Despite all the ice, it is also the driest and windiest continent with the highest average elevation of the seven continents.
It is noted as the last region on Earth in recorded history to be discovered, unseen until 1820 when the Russian expedition of Fabian Gottlieb von Bellingshasen and Mikhail Lazarov on their ships Vostok and Mirny, sighted the Fimbul ice shelf. The huge frozen mass however, remained largely neglected for the rest of the 19th century because of its hostile environment, lack of easily accessible resources, and isolation. In 1895, the first confirmed landing was conducted by a team of Norwegians.
Although the first landings on Antartica were done by ship, it wasn’t until 1929 when American explorer Richard Byrd and three companions make the first flight over the South Pole, flying from their base on the Ross Ice Shelf to the pole and back in 18 hours and 41 minutes.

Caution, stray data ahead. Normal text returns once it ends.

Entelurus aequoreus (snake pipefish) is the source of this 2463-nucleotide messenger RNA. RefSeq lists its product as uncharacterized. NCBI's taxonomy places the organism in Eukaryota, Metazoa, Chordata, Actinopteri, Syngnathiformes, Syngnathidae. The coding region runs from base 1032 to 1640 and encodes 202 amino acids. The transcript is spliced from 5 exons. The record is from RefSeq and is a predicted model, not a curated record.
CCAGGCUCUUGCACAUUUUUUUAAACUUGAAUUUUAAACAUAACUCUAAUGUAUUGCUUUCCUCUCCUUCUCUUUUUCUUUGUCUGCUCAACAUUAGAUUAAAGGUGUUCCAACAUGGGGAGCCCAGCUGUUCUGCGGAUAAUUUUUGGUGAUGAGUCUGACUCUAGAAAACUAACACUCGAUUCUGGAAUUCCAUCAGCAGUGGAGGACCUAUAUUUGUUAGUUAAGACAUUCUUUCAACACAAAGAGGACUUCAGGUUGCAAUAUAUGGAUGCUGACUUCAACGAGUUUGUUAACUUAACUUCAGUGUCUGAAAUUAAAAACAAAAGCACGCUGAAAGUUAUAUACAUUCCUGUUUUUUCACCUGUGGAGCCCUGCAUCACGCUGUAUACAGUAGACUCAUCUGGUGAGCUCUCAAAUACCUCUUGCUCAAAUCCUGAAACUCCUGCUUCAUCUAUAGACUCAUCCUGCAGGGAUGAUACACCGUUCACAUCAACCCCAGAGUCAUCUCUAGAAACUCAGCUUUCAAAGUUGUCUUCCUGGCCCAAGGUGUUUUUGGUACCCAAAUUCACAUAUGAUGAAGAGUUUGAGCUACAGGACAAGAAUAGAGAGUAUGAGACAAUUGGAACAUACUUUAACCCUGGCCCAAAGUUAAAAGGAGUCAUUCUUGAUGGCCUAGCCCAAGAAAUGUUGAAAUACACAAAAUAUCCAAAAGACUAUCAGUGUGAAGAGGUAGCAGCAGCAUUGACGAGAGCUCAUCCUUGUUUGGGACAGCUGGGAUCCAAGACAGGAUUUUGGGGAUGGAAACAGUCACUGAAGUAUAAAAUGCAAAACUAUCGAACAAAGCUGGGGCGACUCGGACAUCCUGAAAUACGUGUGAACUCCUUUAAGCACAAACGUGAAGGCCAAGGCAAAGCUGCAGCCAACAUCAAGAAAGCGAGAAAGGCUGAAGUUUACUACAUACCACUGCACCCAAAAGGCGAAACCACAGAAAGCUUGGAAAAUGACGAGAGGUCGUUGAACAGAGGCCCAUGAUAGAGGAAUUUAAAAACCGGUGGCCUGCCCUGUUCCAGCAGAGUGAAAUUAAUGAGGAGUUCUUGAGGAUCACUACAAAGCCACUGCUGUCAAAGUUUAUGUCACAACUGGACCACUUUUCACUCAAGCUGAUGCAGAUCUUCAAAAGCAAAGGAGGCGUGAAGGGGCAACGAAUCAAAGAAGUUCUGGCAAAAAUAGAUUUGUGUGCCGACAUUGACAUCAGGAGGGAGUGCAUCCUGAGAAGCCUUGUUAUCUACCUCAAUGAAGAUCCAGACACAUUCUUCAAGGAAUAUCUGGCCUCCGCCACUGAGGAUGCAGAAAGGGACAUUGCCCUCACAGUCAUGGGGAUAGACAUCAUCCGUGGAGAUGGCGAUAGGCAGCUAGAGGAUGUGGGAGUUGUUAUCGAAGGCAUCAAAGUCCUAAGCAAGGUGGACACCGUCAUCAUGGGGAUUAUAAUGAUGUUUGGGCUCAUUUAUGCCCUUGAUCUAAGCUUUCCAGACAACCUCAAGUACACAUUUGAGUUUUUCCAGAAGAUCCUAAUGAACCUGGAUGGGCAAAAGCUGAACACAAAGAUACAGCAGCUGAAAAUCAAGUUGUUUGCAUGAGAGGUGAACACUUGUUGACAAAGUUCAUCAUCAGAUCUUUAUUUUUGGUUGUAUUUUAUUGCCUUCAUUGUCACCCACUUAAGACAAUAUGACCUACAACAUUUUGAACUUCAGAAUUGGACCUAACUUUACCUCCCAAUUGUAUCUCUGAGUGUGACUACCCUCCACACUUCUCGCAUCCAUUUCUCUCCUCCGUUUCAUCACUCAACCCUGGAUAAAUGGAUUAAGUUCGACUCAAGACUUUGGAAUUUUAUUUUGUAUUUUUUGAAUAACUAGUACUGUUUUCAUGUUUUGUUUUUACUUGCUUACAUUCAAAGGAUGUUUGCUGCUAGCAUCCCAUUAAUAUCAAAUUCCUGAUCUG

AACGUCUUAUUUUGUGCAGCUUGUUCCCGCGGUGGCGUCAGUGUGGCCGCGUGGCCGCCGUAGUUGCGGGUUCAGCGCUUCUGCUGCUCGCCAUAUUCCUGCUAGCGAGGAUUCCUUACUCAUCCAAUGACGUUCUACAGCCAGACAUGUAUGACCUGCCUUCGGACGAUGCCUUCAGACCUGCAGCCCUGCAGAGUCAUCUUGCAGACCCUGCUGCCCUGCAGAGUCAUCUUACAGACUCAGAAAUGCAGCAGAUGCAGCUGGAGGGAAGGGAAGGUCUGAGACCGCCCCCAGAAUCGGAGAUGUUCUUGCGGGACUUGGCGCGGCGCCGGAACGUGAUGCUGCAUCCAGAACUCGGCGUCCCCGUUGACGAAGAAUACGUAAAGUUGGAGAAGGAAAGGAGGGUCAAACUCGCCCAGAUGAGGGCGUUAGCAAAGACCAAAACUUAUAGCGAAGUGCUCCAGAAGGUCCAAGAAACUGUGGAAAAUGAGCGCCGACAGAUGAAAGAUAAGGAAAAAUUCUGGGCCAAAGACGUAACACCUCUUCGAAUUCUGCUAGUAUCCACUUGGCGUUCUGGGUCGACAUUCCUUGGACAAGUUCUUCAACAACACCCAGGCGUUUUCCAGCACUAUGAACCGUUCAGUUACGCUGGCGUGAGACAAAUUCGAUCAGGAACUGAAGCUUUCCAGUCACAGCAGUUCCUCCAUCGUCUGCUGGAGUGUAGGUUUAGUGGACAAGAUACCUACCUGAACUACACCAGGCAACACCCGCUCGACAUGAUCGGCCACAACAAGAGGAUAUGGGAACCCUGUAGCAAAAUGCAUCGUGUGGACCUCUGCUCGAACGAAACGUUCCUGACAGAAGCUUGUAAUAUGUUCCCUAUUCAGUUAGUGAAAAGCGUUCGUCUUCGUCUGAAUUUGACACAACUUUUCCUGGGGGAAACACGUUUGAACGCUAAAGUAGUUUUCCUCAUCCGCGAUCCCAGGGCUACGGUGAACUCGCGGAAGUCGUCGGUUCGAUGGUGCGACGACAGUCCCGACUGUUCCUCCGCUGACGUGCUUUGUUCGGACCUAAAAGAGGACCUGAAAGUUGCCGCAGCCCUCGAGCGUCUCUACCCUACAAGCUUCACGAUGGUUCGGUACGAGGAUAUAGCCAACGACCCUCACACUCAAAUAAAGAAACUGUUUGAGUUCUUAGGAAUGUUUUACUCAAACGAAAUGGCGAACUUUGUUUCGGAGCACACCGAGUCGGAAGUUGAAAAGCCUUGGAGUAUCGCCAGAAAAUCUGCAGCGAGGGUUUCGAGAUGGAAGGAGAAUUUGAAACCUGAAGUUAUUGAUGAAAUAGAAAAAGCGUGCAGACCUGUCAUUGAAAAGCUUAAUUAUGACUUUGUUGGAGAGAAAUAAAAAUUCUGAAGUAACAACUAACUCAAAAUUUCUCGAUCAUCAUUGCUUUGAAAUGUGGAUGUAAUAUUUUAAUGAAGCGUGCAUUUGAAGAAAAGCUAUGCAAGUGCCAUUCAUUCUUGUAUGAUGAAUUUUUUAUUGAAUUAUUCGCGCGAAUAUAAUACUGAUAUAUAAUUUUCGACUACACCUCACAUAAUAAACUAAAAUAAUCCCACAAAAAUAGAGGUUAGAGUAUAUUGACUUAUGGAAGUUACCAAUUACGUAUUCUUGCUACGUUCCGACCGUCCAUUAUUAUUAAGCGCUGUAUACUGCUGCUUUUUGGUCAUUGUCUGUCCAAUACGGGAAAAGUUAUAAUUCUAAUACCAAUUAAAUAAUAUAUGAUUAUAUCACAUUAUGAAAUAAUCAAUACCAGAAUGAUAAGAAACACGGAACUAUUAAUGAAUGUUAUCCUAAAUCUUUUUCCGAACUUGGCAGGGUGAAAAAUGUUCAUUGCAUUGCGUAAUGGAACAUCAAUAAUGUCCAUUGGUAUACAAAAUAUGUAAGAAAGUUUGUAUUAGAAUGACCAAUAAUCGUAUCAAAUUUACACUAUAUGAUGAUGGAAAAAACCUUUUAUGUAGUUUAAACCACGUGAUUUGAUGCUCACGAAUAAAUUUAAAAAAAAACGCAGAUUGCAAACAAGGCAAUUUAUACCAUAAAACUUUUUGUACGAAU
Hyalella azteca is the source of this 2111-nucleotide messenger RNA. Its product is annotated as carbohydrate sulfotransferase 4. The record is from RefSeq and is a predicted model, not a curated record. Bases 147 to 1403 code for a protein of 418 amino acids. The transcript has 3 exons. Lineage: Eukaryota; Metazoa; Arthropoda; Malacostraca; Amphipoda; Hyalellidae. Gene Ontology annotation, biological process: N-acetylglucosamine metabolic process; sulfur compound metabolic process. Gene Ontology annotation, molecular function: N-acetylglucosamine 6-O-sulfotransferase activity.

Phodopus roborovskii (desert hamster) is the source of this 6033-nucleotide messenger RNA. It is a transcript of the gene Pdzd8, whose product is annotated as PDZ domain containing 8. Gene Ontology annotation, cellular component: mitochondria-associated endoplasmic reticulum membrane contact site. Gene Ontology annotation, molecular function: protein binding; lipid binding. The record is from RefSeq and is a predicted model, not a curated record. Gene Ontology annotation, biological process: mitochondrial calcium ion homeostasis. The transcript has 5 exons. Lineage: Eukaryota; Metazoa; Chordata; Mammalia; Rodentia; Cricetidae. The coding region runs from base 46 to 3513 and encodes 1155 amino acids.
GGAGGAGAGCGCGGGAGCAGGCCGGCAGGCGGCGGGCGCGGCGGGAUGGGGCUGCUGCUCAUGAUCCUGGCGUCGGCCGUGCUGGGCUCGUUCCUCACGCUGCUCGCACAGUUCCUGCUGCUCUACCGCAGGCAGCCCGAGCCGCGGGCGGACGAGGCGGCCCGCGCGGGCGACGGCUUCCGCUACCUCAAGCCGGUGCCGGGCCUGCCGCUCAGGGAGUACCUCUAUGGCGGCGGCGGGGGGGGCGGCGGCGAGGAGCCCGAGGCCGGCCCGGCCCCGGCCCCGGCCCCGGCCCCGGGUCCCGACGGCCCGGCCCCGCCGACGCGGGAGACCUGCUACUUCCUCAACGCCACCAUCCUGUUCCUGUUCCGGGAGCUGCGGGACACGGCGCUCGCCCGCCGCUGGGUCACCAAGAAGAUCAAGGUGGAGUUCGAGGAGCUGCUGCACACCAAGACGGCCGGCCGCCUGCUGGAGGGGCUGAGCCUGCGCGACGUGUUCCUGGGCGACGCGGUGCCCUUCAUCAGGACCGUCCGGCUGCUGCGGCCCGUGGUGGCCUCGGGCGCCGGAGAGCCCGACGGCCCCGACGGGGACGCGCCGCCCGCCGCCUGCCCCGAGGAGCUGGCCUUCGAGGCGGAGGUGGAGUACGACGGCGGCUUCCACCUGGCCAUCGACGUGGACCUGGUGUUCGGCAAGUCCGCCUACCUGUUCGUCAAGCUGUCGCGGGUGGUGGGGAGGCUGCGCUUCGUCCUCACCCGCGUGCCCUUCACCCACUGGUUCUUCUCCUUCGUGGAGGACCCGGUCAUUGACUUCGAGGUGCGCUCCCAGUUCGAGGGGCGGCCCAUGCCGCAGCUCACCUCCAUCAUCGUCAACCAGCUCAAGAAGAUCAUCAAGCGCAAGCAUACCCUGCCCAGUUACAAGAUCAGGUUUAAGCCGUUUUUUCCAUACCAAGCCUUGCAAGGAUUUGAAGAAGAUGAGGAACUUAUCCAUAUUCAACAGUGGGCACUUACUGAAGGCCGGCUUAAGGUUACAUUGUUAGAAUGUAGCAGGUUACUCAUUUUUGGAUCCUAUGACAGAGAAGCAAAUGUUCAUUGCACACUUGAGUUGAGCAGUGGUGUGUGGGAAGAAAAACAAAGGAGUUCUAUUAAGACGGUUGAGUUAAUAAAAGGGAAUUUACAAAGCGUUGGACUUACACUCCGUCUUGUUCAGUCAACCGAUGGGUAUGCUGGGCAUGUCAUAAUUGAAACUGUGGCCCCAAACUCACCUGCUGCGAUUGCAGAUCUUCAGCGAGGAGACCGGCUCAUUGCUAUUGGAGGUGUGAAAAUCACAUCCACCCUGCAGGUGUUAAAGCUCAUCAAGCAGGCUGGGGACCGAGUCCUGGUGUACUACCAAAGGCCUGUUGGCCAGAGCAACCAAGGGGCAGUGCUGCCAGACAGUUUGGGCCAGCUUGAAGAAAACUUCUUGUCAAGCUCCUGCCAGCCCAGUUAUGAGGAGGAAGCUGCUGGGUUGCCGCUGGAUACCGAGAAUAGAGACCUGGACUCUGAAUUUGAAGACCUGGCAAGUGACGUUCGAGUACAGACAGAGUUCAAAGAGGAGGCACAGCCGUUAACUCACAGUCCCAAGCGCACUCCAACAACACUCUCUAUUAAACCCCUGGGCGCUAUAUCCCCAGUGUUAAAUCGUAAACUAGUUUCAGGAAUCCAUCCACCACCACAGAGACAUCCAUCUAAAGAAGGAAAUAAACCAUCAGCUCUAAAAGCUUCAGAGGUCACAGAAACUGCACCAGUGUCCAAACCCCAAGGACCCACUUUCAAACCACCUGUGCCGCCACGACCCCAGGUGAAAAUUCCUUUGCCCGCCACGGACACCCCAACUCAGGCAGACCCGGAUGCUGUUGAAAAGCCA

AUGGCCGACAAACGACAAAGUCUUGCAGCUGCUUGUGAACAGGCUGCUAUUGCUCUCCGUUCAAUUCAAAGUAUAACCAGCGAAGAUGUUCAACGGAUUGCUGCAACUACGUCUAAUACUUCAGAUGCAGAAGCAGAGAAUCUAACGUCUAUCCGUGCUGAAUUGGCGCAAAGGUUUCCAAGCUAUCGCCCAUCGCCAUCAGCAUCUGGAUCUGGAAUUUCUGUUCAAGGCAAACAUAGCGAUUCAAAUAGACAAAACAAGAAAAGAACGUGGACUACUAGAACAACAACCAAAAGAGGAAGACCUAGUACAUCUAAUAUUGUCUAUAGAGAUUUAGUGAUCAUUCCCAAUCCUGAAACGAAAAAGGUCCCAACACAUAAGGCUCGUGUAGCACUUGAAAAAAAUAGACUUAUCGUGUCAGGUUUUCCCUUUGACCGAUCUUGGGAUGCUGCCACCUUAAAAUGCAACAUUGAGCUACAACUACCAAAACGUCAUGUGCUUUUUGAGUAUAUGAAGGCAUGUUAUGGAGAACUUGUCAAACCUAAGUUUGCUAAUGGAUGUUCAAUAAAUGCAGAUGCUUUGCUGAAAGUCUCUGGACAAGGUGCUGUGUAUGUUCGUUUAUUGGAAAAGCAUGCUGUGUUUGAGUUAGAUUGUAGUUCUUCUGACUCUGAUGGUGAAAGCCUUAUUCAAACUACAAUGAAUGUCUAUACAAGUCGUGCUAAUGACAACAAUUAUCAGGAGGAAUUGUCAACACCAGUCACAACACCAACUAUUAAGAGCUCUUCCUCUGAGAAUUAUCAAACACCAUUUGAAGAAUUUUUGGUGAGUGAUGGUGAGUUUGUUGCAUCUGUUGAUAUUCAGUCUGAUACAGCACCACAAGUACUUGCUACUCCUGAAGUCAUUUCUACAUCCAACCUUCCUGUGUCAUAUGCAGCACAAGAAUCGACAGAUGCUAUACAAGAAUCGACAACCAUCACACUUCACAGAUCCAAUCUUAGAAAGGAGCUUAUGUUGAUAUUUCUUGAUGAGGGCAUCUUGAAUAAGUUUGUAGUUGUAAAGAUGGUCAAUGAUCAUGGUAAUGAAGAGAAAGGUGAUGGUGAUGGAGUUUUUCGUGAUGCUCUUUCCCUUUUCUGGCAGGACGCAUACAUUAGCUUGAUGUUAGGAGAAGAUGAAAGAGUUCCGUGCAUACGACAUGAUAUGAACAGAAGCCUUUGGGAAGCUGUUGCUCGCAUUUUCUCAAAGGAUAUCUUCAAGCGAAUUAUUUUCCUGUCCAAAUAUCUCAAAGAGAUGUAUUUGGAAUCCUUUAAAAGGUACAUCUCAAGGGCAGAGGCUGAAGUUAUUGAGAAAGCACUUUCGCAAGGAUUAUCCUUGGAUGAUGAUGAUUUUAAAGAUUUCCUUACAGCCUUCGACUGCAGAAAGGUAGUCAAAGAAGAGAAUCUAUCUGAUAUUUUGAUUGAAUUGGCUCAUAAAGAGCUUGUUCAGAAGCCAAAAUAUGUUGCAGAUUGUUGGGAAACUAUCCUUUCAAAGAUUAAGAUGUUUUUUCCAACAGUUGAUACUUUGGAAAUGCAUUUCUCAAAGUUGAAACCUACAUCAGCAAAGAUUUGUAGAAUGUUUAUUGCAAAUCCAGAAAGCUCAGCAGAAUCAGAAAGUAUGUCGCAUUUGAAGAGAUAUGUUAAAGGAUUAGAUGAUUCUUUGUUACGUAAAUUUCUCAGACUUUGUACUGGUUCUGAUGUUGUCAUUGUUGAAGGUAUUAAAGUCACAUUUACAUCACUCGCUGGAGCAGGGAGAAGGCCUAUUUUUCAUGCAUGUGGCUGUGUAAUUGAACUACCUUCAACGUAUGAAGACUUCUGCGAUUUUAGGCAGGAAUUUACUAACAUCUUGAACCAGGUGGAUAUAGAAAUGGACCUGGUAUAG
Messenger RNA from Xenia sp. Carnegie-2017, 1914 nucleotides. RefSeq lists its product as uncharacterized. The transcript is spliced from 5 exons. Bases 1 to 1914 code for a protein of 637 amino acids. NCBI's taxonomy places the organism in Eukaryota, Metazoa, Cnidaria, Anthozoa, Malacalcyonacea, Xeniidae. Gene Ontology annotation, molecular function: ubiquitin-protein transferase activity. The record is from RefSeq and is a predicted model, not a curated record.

Already famous in 1927 because of previous exploits, had little trouble finding financial backers for an expedition to Antarctica, making it the largest and best-equipped expedition that had ever set out for the southern continent. They in the autumn (SA spring) of 1928, building a large base camp called “Little America” on the Ross Ice Shelf near the Bay of Whales. From there, they conducted flights across the Antarctic continent, discovering much unknown territory.
Journey to the South Pole
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Global Aviator - November 2019